(general) systems-theoretic sense (which by definition includes
social systems, ecology, and complexity, adaptation, learning).
[This is where I part company with 99.9% of the EA community who
don't / won't consider enterprises in this way - my ontological
commitment is different]
Now I will go back and stay in my hole - maybe.
On 8/22/2010 10:54 AM, Jack Ring wrote:
IDEF to represent some enterprise learning the IDEF
crowd never provided for modeling systems that learn (adjust
(gradients), arrange (pattern of relationships) and co-learn
(acquisition, allocation and scheduling of resources)). Maybe they
have and I am simply out of date. Prof. Dan Shunk, ASU, invented
the Double Diagonal IDEF.
Regardless, I applaud your idea. A good therapy for modern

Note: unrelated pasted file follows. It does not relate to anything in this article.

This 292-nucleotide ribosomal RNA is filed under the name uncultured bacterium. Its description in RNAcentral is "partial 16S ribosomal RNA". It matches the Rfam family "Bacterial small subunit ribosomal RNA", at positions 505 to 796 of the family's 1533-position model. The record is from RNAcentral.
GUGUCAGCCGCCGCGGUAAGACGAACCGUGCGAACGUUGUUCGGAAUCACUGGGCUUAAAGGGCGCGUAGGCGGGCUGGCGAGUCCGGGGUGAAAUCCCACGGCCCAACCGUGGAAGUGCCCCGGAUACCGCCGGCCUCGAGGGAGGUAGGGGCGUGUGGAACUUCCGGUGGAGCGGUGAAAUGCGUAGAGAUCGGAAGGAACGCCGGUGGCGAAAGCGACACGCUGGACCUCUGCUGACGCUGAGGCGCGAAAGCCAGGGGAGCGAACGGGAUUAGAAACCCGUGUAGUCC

ontologists would be to have them correlate to IDEF5.
FWIW, our work has shown us that the intelligent enterprise
architecture must provide for at least seven aspects, notably,
thermodynamics, informatics, biometrics, teleonomics, human
social dynamics, economics and ecologics.
When implementing an architecture we often sift some
functions and features into a facet of the system usually
called the infrastructure. I think the enterprise ontology
(including its many "nyms" bridges) should be part of the
infrastructure, certainly not part of the aesthetic decor.
OBTW, an enterprise ontology must change (or be changed) as
usage occurs and time passes (context changes). Accordingly,
an enterprise model must have 'ontology' as one of its nodes
with provisions for morphing that node. Yes, the bibliography
must include a citation for the bibliography.
On Aug 22, 2010, at 7:46 AM, Doug McDavid wrote:
@Jack! Cool to see you out
here, at this convergence of erudition -- the OntoEAs!
Your statement is nicely put.
You know, I wonder if it's time to dust off IDEF5 --
the ontology aspect of the IDEF universe. There is
some wisdom out there that the old boys thought of,
back in the day.